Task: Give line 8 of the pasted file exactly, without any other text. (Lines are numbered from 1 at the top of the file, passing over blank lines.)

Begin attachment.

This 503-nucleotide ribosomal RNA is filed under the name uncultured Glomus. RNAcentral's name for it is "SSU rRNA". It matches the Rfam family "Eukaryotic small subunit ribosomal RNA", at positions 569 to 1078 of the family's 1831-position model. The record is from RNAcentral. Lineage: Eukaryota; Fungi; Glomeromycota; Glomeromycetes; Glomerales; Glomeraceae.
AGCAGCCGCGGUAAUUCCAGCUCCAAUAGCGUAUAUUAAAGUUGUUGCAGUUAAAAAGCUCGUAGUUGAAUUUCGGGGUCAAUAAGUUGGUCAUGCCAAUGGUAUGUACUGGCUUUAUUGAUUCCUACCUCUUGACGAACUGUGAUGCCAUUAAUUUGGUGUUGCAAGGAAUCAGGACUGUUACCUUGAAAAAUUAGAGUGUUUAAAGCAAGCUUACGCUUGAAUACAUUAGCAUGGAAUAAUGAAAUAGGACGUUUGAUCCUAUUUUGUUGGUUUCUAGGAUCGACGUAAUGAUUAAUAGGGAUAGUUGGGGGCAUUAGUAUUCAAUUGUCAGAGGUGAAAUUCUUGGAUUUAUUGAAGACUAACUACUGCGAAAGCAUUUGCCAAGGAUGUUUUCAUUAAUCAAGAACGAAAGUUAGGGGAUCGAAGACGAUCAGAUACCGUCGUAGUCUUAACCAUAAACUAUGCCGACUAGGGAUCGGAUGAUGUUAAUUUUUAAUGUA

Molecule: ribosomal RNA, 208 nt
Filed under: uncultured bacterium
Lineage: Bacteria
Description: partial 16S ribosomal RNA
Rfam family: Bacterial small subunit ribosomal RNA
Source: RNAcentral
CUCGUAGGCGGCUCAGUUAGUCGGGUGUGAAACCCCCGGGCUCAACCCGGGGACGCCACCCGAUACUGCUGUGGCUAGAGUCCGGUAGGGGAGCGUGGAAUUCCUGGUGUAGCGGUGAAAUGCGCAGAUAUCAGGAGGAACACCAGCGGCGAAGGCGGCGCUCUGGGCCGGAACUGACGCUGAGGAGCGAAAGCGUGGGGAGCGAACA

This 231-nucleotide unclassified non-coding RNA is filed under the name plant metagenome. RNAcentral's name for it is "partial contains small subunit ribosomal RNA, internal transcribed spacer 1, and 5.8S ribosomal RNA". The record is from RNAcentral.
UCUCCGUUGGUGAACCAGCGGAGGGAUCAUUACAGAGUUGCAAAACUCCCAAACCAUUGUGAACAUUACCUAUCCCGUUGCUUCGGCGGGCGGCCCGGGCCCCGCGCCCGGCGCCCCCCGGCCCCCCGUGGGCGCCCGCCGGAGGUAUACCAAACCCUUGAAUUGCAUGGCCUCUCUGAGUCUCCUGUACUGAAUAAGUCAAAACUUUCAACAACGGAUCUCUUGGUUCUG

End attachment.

Source: RNAcentral